Bird watching is a popular activity for many residents and visitors in the Puget Sound region. More than 500 bird species have been observed in Washington State. It is relatively easy to see and study birds in the wild. Birdwatching is one of the fastest growing recreational activities in the country.
Washington State draws millions of breeding migrating, and resting birds to our natural habitats, including shorelines, estuaries, forests, shrub-steppe, and wetlands. Birds are crucial components of the Pacific Northwest ecosystem. They serve as pollinators, predators, scavengers, seed dispersers, and engineers.
About binoculars for birdwatching
Binoculars suitable for birding include: 6×32, 8×32, 7×35, 8×40, 7×42, 8×42, or 8.5×44. Audubon recommends several in the $120-$180 range. But there are less expensive ways to find a pair of binoculars for birdwatching.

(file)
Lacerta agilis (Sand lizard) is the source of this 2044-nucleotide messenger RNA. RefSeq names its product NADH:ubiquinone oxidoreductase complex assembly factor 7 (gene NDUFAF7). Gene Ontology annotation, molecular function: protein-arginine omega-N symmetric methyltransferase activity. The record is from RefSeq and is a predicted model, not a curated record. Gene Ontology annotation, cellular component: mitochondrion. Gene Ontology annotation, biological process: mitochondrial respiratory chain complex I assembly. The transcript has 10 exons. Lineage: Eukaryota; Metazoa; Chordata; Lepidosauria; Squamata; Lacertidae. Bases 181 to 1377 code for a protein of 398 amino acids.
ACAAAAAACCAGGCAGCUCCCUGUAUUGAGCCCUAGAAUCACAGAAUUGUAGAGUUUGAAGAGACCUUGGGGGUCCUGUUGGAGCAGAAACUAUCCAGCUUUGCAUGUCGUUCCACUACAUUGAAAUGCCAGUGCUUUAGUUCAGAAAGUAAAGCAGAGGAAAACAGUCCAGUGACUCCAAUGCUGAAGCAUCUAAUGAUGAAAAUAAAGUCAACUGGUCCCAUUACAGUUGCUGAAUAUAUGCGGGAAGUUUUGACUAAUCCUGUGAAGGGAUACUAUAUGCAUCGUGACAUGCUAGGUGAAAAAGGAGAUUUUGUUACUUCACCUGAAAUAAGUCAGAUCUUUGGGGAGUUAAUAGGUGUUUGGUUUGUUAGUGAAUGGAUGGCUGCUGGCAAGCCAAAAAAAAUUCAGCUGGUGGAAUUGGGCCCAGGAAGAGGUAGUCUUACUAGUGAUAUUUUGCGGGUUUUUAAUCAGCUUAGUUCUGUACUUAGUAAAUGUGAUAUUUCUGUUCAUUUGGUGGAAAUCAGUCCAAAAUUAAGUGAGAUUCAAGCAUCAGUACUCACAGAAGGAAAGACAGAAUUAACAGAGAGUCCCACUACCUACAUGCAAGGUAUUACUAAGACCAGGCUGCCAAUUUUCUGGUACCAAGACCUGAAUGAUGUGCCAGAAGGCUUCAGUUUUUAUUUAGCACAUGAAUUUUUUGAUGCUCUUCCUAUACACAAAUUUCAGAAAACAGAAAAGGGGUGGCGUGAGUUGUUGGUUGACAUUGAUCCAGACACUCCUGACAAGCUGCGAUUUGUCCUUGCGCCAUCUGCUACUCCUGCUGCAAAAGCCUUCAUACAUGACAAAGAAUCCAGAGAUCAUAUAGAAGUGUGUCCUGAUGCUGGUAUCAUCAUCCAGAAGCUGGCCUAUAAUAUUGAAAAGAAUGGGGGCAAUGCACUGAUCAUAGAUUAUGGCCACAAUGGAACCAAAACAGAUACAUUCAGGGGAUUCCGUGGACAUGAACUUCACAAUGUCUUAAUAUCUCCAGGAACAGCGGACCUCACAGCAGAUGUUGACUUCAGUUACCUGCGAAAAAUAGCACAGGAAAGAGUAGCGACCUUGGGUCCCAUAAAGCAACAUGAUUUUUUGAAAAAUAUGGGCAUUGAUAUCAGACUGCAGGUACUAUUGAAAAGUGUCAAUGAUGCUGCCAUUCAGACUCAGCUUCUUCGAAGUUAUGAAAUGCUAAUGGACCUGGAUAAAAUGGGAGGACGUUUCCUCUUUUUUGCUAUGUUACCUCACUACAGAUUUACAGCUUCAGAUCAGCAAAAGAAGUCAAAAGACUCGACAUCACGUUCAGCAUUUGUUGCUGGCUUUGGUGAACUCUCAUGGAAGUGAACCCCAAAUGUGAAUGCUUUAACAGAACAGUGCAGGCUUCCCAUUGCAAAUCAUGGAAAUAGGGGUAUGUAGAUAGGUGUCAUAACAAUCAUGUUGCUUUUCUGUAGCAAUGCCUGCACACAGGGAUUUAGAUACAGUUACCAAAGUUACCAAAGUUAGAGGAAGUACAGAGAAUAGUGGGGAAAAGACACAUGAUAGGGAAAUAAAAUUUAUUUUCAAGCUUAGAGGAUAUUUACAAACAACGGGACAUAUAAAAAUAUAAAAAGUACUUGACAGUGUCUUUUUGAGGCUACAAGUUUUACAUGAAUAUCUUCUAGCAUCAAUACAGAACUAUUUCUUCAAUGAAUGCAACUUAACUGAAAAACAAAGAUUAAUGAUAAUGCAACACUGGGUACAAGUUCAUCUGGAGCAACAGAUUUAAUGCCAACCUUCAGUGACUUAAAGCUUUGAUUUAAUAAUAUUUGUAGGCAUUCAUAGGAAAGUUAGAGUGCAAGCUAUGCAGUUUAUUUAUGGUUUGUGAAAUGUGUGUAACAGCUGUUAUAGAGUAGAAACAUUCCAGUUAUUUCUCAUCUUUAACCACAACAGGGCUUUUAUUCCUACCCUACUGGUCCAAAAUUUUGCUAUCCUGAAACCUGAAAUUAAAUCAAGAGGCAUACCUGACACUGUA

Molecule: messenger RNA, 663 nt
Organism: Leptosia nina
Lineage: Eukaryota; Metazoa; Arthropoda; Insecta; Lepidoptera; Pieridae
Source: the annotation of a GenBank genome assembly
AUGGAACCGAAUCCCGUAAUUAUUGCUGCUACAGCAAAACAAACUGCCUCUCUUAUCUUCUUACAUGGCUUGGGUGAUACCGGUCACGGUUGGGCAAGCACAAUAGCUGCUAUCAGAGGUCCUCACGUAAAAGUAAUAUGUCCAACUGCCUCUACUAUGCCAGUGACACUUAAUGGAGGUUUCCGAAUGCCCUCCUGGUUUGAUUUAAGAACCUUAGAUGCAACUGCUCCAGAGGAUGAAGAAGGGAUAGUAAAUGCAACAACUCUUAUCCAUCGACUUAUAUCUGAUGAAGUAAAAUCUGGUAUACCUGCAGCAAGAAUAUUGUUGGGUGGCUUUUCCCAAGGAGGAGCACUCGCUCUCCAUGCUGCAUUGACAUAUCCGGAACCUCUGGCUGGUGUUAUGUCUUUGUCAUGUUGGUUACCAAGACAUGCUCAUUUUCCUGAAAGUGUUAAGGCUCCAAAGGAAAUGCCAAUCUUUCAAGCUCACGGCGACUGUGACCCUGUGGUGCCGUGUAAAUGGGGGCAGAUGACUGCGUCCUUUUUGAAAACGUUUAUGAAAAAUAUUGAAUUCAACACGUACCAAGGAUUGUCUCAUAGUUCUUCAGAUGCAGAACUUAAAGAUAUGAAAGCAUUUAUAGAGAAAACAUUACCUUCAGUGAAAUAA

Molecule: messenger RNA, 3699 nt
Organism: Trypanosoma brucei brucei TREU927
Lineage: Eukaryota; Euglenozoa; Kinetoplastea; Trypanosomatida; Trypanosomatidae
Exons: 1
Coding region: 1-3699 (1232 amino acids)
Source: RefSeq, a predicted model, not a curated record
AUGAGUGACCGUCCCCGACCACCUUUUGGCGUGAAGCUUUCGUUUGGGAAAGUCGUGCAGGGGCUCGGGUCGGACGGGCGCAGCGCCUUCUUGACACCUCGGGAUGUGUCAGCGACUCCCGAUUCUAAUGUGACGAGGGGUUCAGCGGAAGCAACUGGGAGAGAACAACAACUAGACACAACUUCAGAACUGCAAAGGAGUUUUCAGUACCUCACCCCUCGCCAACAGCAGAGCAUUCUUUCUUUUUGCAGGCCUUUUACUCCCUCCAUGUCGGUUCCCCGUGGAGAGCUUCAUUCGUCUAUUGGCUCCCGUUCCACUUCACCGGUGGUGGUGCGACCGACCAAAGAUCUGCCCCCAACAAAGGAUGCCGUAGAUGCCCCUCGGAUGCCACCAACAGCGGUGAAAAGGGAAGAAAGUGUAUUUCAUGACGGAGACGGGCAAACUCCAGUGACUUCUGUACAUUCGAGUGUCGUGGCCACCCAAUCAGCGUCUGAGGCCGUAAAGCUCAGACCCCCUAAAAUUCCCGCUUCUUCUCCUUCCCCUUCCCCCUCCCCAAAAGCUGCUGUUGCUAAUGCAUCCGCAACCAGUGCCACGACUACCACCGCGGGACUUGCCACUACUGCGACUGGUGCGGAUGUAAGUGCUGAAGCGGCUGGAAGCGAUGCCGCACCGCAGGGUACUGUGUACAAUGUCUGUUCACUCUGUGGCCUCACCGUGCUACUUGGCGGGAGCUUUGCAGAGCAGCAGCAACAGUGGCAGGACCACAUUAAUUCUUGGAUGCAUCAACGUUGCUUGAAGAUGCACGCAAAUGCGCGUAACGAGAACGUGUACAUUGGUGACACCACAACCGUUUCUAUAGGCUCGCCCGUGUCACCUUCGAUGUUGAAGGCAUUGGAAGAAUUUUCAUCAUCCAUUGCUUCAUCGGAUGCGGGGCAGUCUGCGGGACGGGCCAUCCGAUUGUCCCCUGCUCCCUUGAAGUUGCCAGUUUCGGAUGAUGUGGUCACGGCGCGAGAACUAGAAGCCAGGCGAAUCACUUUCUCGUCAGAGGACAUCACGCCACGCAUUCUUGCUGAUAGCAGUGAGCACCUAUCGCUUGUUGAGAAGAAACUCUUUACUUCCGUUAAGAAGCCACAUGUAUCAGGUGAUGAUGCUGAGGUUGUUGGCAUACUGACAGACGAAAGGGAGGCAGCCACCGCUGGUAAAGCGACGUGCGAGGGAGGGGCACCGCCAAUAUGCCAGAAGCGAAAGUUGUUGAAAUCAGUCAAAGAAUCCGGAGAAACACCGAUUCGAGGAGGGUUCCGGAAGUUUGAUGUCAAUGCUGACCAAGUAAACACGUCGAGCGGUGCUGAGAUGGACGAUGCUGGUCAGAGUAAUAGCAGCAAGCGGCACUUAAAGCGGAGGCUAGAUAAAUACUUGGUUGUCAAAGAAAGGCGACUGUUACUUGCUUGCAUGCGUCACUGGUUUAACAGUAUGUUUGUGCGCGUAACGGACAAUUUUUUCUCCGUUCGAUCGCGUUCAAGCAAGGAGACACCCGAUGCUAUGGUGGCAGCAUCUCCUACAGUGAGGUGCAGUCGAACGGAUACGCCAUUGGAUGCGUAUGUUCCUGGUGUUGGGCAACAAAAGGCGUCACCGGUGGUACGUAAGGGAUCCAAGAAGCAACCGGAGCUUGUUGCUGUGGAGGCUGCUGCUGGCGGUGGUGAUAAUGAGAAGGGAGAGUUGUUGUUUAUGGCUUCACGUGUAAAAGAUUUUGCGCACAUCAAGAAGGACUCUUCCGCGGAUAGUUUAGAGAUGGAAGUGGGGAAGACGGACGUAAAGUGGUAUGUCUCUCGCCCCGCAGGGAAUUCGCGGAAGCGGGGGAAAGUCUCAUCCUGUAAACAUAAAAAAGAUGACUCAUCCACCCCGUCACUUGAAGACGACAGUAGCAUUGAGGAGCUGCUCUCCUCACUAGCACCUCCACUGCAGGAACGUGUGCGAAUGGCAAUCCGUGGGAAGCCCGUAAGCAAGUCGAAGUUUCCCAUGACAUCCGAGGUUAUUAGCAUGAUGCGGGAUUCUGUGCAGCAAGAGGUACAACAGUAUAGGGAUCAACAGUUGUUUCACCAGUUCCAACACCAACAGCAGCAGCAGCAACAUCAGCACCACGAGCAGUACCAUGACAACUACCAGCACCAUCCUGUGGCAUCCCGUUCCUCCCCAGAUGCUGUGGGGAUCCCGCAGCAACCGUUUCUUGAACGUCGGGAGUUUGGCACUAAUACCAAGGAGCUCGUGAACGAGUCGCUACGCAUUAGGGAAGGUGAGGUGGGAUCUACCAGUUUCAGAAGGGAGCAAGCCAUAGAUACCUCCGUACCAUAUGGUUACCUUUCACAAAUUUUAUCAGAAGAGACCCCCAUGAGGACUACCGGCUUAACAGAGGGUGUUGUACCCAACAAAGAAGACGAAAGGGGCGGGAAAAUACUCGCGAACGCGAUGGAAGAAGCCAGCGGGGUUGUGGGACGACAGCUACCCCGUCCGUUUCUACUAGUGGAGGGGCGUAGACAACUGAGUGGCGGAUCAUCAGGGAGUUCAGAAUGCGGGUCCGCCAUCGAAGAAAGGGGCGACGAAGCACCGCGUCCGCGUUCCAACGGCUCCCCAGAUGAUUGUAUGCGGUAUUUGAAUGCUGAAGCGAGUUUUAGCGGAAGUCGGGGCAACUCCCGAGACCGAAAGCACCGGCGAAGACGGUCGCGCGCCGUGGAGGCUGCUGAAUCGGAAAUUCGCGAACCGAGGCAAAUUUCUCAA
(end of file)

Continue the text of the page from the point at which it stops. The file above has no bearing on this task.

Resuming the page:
At group birding event, such as Audubon events or Bird Festivals, there are sometimes binocular to share. Find a list of upcoming events in our birding calendar below.
Birdwatching organizations in the Puget Sound region
To get started bird watching, you can attend any of the birding festivals throughout the year. Upcoming festivals, birdwatching, and other birding events are listed below on our event calendar.
You can also join your local Audubon or birdwatching group. Here’s a list of some of the major organizations throughout Washington State:
Audubon Washington is a state field office of the National Audubon Society, which helps protect birds and their habitats throughout the Evergreen State. Audubon has a network of local chapters throughout Washington State.
- Birdwatching with Eastside Audubon. Eastside Audubon hosts a birdwatching field trip on the fourth Monday of every month to wherever the birds are. The group gathers in south Bellevue and then decides where to go birding that day, based on the latest field reports. If you want to join in the fun, meet before 9 a.m. at the north end of the Newport Hills P&R (I-405, Exit 9 and plan to be back by noon. Cost: Carpool costs range from $2–$4 per passenger. The birdwatching trip is free and no pre-registration required. For more information about this walk, check Eastside Audubon calendar for “Birding the Hot Spots of King County”. The calendar lists several other birdwatching opportunities.